2. Getting closer to my pets! As stated in previous entries, I live in a house with five cats and two dogs. Having come from a one-pet home my entire life — it’s been jarring. But I have had so much time to bond with the pets! We’ve improved their care, we’ve started taking our pit bull on more walks, we’ve invested in a new cat tree and fixed up the old one, and spent lots and lots of time cuddling with our cats. 
  3. Learning that I can build things! I struggle with motor skills. Things like buttoning shirts, tying shoes, and chopping veggies are very difficult for me. I know that with practice, I am a very capable learner — after all, I type 90 words per minute, with very few typos. I’ve often figured that if I can do something like what, I’m able to do other tasks involving fine motor skills. I’ll admit — I tend to avoid these things because it embarrasses me. I’m twenty years old! Buttoning a shirt takes me twice as long as your average person. However, my fiancee and I put together a cat tree. As simple as this was, I was so proud of myself. I read instructions and puzzled them out! I used tiny screws! It hasn’t fallen apart yet! This has been a very powerful lesson in my capability as a person. 
  4. Being there for friends in need! I have the excellent luck of being isolated with three people I love. Not all of my friends have been so fortunate. Some are quarantined with abusive family members. Some are alone. I have a large emotional bandwidth, and ample time to hear their concerns. I have been able to be more present in my friendships than I have in a long time. Being able to send little reminder texts: “I love you! Everything will be okay! I’m here for you!” has been helpful to them and me. While I know I am not responsible for the emotional states of my friends, I know I can help. I can be a listening ear, or offer advice if needed. At the very least, I can remind someone they’re not alone, and that’s a beautiful gift.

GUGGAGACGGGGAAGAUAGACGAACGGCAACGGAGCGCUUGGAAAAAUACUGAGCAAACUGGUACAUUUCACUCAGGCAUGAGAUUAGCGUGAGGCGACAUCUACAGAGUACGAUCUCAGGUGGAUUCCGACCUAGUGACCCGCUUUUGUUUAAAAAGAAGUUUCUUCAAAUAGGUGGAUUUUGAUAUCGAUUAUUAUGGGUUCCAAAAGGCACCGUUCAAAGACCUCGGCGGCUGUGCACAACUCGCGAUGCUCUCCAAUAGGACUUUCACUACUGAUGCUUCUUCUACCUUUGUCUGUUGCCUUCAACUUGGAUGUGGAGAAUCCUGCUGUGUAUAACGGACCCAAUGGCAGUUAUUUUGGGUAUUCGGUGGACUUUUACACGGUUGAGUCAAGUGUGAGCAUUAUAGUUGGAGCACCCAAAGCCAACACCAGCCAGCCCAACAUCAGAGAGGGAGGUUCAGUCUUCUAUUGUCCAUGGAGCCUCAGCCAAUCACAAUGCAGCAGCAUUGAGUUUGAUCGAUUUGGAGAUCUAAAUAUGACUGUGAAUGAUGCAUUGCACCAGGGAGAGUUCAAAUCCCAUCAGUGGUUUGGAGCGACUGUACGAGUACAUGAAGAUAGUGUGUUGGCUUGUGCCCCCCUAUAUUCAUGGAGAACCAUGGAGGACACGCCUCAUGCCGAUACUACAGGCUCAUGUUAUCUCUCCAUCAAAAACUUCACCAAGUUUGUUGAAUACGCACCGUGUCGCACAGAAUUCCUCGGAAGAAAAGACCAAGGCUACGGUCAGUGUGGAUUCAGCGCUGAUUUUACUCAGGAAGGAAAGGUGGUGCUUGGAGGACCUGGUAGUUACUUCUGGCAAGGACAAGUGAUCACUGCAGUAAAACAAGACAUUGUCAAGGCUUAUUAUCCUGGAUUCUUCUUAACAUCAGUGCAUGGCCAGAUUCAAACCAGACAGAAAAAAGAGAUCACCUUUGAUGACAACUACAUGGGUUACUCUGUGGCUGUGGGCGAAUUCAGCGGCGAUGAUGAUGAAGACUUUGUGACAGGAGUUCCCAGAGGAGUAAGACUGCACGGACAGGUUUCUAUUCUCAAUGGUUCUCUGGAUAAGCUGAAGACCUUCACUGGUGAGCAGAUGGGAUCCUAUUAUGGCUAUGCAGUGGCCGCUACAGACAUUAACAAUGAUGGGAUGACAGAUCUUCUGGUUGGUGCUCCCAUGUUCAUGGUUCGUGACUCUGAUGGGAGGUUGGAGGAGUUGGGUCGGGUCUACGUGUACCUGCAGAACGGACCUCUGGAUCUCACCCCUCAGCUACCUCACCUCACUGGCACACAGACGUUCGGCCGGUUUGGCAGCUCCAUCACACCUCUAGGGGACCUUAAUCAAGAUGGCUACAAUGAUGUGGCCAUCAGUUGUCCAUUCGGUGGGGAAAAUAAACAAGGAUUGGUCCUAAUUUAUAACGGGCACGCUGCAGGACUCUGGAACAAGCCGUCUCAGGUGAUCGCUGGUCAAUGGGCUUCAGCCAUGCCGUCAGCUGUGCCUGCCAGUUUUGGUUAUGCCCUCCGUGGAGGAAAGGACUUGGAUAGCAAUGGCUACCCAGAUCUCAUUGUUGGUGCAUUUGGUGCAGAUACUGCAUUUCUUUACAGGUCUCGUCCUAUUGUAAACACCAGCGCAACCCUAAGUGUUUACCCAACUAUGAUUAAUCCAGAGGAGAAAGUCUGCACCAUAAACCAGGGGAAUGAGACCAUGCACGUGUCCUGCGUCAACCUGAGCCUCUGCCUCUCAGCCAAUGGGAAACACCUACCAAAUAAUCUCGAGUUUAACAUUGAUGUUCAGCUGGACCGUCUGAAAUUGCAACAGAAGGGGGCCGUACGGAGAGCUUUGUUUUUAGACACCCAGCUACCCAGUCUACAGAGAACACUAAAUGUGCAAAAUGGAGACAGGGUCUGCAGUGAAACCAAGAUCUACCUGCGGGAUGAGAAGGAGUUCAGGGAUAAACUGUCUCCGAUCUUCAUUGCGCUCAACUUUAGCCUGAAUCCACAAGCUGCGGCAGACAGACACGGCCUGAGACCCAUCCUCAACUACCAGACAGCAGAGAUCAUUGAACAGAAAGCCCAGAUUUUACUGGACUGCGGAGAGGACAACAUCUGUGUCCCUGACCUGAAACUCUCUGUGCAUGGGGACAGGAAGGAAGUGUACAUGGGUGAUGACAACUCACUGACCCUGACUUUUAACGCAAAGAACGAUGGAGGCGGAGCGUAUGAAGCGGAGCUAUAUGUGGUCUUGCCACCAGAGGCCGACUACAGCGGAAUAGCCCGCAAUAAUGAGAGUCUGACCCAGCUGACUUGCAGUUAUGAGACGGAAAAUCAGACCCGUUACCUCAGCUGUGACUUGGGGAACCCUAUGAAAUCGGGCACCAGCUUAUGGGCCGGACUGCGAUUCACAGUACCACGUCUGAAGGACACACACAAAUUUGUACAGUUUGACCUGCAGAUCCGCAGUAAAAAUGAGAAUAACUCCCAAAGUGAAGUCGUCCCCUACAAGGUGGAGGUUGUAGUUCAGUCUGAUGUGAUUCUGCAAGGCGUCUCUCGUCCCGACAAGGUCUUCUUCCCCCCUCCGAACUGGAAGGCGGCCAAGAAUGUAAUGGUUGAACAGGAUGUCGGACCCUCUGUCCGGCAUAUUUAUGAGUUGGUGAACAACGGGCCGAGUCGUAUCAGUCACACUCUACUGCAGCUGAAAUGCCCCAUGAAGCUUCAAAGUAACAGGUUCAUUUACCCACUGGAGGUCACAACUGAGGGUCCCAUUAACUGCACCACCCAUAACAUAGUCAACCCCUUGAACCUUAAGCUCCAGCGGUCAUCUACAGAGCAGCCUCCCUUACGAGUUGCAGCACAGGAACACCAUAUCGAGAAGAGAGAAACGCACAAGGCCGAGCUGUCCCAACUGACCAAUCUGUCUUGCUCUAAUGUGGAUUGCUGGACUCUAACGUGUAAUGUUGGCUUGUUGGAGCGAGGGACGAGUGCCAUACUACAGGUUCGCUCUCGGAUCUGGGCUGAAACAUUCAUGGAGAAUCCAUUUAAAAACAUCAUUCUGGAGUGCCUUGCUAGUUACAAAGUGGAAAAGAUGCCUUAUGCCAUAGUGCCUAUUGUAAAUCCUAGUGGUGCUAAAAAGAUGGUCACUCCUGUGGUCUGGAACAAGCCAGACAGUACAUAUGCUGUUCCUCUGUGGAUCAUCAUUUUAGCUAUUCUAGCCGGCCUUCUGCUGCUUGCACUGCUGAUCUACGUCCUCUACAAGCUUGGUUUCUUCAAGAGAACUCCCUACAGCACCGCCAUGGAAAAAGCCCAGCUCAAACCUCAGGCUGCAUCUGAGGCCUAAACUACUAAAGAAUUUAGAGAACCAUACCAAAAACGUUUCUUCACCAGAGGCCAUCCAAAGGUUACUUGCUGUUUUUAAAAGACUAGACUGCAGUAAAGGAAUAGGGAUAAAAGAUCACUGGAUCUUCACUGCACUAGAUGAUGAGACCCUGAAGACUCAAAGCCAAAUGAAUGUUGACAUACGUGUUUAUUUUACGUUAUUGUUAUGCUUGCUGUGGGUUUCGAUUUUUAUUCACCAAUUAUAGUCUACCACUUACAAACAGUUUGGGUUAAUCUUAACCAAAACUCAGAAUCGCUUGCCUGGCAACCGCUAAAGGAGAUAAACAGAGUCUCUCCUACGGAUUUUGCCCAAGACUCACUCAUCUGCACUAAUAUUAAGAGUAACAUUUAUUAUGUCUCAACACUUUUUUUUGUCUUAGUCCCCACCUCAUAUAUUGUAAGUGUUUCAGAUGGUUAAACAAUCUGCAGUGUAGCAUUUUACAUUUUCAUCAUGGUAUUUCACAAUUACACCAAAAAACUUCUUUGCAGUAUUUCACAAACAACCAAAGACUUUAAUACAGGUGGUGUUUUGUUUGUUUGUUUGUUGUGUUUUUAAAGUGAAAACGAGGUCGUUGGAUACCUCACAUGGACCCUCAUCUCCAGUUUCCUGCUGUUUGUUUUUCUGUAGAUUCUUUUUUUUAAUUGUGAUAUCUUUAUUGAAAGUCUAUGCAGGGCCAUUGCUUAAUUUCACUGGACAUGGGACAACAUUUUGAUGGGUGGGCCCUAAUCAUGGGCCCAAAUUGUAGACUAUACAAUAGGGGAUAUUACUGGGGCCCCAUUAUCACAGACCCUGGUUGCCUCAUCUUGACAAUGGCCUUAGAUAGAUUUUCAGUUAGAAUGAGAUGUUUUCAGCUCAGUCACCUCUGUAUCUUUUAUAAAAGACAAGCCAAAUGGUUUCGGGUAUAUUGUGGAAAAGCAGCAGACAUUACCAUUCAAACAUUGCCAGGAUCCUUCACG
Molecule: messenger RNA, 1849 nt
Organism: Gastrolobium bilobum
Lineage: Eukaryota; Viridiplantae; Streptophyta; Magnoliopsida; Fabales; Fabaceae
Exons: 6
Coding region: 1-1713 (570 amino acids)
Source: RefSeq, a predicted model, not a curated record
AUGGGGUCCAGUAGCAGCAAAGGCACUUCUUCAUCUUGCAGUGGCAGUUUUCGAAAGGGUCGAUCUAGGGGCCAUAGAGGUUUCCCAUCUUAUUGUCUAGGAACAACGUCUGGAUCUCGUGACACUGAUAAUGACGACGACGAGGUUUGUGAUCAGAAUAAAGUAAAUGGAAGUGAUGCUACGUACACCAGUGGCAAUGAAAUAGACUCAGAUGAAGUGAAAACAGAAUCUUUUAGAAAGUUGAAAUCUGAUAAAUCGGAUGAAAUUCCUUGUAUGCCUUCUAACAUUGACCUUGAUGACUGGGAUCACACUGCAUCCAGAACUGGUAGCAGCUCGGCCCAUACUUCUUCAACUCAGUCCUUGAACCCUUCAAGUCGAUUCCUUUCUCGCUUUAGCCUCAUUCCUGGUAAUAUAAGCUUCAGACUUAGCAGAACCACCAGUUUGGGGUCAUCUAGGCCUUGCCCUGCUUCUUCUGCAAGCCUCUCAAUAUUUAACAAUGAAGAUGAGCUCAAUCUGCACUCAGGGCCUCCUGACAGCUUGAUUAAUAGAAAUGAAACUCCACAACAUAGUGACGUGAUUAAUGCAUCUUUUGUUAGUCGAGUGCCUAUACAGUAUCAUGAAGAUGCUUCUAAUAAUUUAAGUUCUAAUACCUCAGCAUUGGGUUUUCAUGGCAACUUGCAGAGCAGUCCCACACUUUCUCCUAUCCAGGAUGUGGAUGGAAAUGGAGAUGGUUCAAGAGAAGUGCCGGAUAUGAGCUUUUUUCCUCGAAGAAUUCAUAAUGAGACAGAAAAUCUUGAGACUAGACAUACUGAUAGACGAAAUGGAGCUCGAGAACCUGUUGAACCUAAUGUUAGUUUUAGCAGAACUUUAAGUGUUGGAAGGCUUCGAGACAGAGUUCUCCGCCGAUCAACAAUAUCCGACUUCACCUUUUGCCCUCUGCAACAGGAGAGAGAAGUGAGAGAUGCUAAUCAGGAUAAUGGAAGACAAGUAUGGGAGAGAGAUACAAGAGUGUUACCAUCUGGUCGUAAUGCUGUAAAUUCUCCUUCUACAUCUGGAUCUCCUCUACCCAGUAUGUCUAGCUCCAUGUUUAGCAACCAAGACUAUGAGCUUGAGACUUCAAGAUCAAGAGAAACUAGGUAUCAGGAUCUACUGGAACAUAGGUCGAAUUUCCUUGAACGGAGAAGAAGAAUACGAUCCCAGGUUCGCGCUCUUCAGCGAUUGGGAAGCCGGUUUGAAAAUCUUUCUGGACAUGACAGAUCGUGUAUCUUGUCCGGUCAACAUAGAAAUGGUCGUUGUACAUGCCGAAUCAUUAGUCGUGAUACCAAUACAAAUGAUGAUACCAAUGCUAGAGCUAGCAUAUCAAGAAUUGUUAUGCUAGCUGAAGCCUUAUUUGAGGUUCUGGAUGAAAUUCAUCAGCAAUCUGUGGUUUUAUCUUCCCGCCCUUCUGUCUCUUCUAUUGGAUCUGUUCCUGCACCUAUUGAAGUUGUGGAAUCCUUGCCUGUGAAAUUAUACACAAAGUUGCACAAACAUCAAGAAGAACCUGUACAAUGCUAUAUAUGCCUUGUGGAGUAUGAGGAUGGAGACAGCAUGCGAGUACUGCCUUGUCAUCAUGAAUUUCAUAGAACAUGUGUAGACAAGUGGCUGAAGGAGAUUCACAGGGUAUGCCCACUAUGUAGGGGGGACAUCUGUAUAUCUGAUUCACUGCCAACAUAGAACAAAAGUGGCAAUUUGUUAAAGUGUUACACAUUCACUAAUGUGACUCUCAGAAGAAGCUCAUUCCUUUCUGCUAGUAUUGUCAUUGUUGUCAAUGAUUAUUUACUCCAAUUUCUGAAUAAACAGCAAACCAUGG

While the quarantine has been very difficult on all of us, I’d encourage you to look for good things within it. Finally having time to redecorate your bedroom? Deep-cleaning for the first time in ages? Baking bread? Binging shows you’ve wanted to forever? Even if all you’re doing is staying alive, that’s enough. There are small nuggets of goodness to be found in this taxing time period, and I’m lucky enough to have found some of them. 

Tips for fasting in the US While Going to College

By Wiwin Hartini

Adjust your schedule 

person writing on a book

I made a mistake on my first time fasting here by keeping my regular schedule on top of fasting. This didn’t turn out well because I didn’t get enough sleep, and I would be very sleepy during  school. So I have  adjusted my sleeping schedule to accommodate for the early breakfast at 4 a.m. Sometimes I would stay up from 4 a.m. to 10 a.m. and do my classwork. Then, I’d take a nap. Making sure that you have enough sleep is critical to perform in school while fasting.

 Prep your food in the evening

selective focus photography of green and orange vegetables on black container

I  prep my breakfast in the evening, so when I get up in the morning, I don’t have to cook. This helps if you choose to go back to sleep, which I sometimes do. I get up at 4 a.m. and go back to bed an hour or two later. – I like this schedule because it allows me to engage with those who are not fasting and have a regular schedule.

Avoid flipping your day to your night

man sitting on surface